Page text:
There are some great ideas in the proposed plan, yet so much of it shows a lack of understanding of the real causes, the real solutions and the role of council in providing real outcomes. This is a crisis. We need a crisis response. This internal plan is not that. Our only hope now is a radical step change in the new planning scheme out next year.

Homes for Everyone summarises a range of solutions offered by multiple experts, the majority of which have been ignored by council’s plan.

Ninety-two per cent of renters on the Sunshine Coast are housed by residential property investors. This is the market that needs to be included in council’s plan. These investors are penalised at state and local levels, and council has many levers to change the way investment is bolstered for rental supply, and make the creation of new rental supply easier.

Unless the action plan item to renew the planning scheme is a radical diversion from the current scheme, and therefore increases supply, then the action plan is only a ticked box.

Homes For Everyone has previously outlined that for every 12 months delay in radically adding to supply is a further three years before this crisis is resolved.

Mal Cayley, Homes for Everyone founder

In December 2022, as noted by ABC News, a development of 55 townhouses began on a major flood plain area in Palmwoods. This surprising construction project was spruiked as being part of a solution to easing the current housing shortage. Now suddenly this same land area is going to have a huge Coles supermarket with over 100 parking spots. This is ludicrous. There is only one road through Palmwoods and the traffic on it is already horrendous during peak hours. Adding another 100 cars trying to turn into this new Coles is sure to exacerbate the traffic congestion.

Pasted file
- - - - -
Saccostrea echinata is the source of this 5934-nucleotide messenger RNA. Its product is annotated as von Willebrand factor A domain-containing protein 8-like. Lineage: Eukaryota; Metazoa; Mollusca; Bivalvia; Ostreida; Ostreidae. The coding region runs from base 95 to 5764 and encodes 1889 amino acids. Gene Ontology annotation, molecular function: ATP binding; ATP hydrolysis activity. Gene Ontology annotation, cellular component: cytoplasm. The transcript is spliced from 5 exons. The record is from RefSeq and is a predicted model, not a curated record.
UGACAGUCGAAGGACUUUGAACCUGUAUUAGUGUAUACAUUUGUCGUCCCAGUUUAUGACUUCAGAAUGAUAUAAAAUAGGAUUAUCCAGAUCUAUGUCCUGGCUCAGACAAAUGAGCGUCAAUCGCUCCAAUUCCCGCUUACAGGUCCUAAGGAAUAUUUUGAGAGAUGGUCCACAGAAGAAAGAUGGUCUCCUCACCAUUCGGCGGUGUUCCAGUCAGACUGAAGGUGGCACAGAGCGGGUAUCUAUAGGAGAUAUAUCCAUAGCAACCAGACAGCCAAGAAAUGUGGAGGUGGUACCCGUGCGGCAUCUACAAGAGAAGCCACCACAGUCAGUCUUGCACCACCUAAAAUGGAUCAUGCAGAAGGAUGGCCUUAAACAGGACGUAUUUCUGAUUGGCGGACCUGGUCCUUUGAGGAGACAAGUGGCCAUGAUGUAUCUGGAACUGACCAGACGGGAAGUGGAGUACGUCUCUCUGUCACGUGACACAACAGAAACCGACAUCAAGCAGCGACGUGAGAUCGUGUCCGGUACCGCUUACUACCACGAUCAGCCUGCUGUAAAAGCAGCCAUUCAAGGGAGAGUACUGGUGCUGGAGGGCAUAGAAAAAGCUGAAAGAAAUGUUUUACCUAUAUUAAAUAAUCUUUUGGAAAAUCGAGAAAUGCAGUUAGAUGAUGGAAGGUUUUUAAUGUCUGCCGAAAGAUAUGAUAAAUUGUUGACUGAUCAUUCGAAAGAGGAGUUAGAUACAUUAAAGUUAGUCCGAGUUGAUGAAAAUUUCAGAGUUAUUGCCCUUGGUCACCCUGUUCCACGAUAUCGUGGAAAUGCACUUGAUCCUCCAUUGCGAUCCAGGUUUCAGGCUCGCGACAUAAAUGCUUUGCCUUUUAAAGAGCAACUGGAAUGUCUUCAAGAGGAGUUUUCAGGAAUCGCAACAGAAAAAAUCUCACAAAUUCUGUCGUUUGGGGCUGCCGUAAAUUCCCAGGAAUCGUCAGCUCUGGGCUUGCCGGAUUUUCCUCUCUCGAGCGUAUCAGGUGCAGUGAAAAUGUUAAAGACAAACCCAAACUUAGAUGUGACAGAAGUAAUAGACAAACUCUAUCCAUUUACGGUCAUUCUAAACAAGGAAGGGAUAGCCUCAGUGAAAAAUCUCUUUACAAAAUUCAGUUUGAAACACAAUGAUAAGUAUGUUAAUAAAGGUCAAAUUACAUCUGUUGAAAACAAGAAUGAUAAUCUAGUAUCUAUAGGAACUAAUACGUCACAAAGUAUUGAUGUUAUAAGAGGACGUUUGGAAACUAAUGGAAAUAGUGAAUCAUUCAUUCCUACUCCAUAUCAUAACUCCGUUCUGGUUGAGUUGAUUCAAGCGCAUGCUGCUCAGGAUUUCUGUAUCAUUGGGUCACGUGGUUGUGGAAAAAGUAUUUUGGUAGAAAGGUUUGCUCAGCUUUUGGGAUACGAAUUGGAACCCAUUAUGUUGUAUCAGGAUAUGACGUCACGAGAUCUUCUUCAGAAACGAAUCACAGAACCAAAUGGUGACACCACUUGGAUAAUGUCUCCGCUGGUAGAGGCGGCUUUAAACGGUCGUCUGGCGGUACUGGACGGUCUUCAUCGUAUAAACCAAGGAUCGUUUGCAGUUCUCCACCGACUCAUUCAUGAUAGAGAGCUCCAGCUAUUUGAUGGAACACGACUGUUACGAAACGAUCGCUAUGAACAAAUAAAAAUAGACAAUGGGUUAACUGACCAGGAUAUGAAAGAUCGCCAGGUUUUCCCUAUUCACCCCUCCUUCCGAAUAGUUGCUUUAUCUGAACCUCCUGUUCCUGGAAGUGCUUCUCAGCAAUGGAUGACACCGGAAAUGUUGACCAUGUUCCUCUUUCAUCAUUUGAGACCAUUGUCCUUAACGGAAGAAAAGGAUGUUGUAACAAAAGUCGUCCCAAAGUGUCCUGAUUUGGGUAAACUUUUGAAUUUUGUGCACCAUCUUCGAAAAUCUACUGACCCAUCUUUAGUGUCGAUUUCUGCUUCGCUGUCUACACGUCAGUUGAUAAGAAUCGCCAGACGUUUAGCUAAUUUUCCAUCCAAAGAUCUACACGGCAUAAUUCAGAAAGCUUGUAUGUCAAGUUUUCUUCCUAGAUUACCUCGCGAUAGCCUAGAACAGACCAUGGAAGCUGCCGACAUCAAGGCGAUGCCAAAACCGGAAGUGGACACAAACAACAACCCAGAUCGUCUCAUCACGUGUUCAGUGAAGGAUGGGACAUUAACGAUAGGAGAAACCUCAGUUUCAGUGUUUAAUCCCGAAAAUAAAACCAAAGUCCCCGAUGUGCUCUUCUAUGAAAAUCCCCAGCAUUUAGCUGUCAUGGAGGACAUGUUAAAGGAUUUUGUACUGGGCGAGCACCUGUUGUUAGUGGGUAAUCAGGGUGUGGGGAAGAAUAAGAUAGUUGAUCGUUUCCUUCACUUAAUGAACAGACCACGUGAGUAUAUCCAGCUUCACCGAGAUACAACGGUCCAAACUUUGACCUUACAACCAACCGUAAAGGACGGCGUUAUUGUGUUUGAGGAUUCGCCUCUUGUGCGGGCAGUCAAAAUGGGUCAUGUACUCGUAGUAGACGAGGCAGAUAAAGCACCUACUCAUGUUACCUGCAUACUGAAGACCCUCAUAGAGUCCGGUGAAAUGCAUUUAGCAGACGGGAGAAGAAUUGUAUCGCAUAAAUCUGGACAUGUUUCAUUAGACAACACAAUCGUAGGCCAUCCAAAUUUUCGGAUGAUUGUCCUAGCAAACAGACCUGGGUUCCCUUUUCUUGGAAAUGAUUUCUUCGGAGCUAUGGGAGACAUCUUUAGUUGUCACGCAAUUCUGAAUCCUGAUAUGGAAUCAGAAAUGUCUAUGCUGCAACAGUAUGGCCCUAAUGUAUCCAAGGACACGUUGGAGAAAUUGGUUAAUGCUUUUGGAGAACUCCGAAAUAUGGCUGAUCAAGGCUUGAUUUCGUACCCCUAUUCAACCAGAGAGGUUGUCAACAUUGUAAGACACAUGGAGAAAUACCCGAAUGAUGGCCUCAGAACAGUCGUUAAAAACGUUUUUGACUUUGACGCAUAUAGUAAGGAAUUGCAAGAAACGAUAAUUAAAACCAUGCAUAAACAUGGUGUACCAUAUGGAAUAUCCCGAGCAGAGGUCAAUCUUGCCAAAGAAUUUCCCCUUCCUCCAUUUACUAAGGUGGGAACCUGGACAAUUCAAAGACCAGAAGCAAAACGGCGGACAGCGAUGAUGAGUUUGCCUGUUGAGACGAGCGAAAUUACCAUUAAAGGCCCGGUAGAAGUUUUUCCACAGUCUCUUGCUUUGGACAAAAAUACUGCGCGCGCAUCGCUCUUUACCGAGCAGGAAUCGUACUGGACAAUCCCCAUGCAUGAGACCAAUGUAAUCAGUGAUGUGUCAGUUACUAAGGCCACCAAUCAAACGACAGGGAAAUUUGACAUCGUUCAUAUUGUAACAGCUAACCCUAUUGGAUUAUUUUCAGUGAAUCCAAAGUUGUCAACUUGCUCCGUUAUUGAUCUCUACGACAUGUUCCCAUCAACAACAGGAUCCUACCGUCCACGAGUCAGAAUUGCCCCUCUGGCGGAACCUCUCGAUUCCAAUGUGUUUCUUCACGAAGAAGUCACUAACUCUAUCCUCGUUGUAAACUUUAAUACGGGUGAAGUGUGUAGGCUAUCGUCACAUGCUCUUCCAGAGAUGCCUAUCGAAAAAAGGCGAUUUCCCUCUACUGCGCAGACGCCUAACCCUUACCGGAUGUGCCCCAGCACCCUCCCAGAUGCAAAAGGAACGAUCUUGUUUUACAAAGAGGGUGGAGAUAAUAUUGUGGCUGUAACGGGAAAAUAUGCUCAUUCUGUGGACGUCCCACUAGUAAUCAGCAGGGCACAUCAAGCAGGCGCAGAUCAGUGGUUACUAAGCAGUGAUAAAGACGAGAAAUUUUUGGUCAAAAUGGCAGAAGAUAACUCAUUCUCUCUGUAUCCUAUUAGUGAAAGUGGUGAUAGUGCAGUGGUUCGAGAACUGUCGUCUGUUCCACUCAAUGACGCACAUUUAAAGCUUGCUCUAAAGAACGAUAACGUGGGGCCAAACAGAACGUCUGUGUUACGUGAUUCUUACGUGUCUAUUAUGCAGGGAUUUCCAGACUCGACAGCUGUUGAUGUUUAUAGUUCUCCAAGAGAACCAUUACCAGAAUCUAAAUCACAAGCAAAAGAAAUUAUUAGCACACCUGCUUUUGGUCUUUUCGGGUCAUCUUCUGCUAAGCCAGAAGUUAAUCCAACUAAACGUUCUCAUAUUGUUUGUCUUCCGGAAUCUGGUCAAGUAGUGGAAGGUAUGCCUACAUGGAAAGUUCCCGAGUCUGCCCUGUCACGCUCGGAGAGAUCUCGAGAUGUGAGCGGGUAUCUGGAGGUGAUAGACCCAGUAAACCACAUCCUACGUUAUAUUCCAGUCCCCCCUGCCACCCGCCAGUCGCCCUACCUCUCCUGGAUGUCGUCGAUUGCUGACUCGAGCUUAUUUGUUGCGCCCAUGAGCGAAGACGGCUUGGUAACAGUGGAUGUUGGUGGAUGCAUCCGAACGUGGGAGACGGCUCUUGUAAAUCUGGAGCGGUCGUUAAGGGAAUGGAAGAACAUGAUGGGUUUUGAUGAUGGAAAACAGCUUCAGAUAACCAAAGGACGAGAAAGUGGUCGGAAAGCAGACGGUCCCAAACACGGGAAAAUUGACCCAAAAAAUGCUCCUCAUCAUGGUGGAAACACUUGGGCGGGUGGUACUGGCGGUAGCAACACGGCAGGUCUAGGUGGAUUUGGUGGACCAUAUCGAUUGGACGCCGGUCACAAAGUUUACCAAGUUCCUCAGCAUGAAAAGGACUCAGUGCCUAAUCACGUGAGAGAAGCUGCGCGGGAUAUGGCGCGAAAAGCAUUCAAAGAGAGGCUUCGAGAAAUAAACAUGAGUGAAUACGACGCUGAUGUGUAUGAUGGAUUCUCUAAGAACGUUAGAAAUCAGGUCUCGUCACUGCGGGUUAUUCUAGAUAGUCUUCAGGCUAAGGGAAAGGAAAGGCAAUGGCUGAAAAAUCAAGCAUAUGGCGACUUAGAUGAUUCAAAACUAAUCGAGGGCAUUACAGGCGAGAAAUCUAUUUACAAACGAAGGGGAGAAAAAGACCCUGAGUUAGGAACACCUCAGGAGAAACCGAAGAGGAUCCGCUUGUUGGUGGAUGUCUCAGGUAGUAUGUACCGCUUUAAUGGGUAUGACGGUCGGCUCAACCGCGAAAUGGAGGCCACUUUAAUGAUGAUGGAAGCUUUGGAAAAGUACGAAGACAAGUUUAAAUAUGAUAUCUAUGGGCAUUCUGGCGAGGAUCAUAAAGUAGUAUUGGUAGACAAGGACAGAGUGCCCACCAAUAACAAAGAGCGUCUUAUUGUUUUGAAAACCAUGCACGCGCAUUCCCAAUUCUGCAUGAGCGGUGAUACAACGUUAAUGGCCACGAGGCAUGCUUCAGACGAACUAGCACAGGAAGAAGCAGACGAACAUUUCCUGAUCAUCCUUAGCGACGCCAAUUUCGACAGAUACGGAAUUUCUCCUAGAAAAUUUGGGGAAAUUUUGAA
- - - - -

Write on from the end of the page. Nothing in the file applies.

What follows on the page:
Furthermore, there is no need for this facility as approval has already been given previously for a mall and supermarket in another more appropriate location near the pub. Not surprisingly an expert for this Coles development has stated Palmwoods can support two supermarkets. This is an insane idea that will turn this beautiful little town into a traffic jam.

Pauline Hurrey, Palmwoods

I am puzzled by the name change of Fraser Island to K’gari. The official pronunciation is “Gari” so I am wondering why the “K” is there.

I have seen suggestions that it is analogous to the silent “K” in knife or knight. In those cases, the “K” is a remnant of the Germanic words where the “K” was pronounced. As English evolved, the “K” sound was dropped but the spelling has not caught up with the pronunciation.

Aboriginal people never had a written language; they may have had a pictorial language for storytelling but certainly there was no alphabetic language.

It seems to me that the “K'” is merely a device to make the name seem more exotic than it really is. Rather like the silly underscored “r” in Uluru.

Ron Duggleby, Little Mountain

Do you have an opinion to share? Submit a Letter to the Editor at Sunshine Coast News via news@sunshinecoastnews.com.au. You must include your name and suburb.